These deficiencies include:
Matching production to demand - dispatchability:[ii] LCOE does not account for the ability of a given generation technology to ramp up or down quickly to allow easy “load following” or balancing of power generation with changing demand.
Matching production to demand - availability:[ii]LCOE does not account for variability in electricity production (usually due to lack of wind, sunshine, or river flow), which may result in a mismatch with demand.
Cost of storage:Intermittent power generation, such as wind and solar, are intended to rely on storage to be effective since they are not always available when needed, and the cost of storage is not included in LCOE of these intermittent sources.[iii]
Cost of backup:When intermittent power sources (wind, solar) are incapable of meeting demand, dispatchable backup power generation (often gas-fired) is required to cover the deficit, the cost of which is not included in LCOE of these intermittent sources.[ii] In fact, a 2016 study sponsored by the National Bureau of Economic Research [iv], found that in a study of 26 OECD countries over the years 1990-2013, each MW of installed wind/solar power generation required 1.14 MW of “fast-reacting fossil” generation plants, the cost of which is absent from LCOE evaluation of wind/solar.
Cost of transmission/connecting to the grid: Distributed (wind, solar) or remote (wind, solar, hydro) generation can only service areas of high demand (large populations) through significant investment in transmission, and that cost is not included in LCOE.
LCOE is not meaningful in terms of the cost to humanity/environment of greenhouse gas emissions.[ii]
Again, these deficiencies severely limit the value of LCOE in comparisons of different power generation technologies. The arbitrary choice of “input” in LCOE calculations can even call into the question the value of LCOE where the same technology is considered. The following is a graph from an analysis by the Breakthrough Institute of LCOE evaluations of utility-scale solar photovoltaic (PV):[v]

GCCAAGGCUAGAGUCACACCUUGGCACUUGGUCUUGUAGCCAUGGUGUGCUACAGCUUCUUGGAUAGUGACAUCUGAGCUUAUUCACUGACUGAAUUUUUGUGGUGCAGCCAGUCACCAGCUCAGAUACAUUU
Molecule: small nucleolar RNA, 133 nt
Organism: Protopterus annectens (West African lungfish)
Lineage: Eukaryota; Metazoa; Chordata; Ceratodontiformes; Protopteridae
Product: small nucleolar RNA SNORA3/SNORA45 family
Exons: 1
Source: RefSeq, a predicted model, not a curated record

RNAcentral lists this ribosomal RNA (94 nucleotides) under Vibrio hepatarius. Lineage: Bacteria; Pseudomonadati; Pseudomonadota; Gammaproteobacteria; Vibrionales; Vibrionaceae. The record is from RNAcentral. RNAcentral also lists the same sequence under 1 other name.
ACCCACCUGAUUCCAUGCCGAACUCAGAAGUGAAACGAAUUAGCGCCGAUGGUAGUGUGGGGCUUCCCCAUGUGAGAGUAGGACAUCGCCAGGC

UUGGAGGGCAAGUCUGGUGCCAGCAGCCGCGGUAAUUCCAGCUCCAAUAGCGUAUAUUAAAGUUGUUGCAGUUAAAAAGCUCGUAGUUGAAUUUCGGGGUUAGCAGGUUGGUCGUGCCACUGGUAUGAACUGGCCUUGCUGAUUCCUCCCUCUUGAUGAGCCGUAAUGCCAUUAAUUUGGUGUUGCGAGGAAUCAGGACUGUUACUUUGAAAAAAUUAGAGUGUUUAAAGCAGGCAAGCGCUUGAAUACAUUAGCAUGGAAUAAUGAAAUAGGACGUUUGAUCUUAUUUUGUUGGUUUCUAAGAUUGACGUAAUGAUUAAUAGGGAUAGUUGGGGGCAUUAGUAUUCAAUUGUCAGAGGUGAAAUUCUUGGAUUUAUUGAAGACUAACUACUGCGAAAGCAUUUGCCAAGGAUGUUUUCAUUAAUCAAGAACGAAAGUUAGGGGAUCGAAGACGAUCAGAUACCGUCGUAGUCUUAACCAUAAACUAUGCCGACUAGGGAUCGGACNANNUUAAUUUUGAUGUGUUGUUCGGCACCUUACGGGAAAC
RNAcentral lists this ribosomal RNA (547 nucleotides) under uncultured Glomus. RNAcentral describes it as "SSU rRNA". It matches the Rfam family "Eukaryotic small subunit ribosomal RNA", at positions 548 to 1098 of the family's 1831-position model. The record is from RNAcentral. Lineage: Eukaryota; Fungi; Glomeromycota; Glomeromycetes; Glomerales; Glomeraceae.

The graph shows that the LCOE evaluation by Lazard, an investment banker to large institutions, is rather lower than evaluations by the International Energy Agency (IEA), the US Energy Information Administration (EIA) and the 5th Assessment of the Intergovernmental Panel on Climate Change; the analysis cites “real costs” in the $110-$142 range in Germany, which has among the world’s cheapest solar PV.
Nevertheless, LCOE is often referenced by environmentalists and others (policy makers, for example), when discussing a preferred electricity source. Efforts to correct LCOE include considering Levelized Cost of Storage (LCOS)[i], Levelized Avoided Cost of Electricity (LACE)[i], Present Value of Cost of Energy (PVOCE; without which gas-fired plants are favored over wind/solar).[vi] These efforts, however, are still of limited value when considering the cost of electricity to the consumer and the cost to society, vis-à-vis greenhouse gas emissions, of various power generation technologies.
Regarding the cost consumers actually pay for electricity, that information is “out there”. For example, the household cost of electricity in September 2021 in Germany was 0.35$US/kWh, and in France 0.20$US/kWh.[vii] It is worth noting that Germany’s breakout of power production technologies credits the country with 50.5% “renewables” (wind/solar/hydro and biomass), but the remainder includes 37.3% fossil fuel powered plants.[viii] By contrast, France’s 2020 power was made up of 52% nuclear power, 37% “renewables”, and 10% fossil fuel.[ix] Similarly, residents in Massachusetts paid an average of 0.25$US/kWh [x], in February 2022, while in 2021, residents of Ontario, Canada, paid an average of 0.13$US/kWh.[xi] In 2019, Ontario obtained 59% of its power from nuclear plants, 24% from hydro, and less than 10% from other renewables[xii], whereas Massachusetts’ current “fuel mix” is 68% gas, 22% nuclear, 10% renewables.[xiii]
These cost figures, while not direct comparisons of electricity from different generation technologies, suggest that reliance on wind/solar does not result in low-cost power, nor can these technologies be relied on to decarbonize power production.
[i] “Levelized Costs of New Generation Resources in the Annual Energy Outlook 2022”, Independent Statistics & Analysis, U.S. Energy Information Administration, March 2022.
[ii] https://en.wikipedia.org/wiki/Levelized_cost_of_electricity, and references therein.
[iv] “Bridging the Gap: Do Fast Reacting Fossil Technologies Facilitate Renewable Energy Diffusion?”, NBER Working Paper 22454; http://www.nber.org/papers/w22454.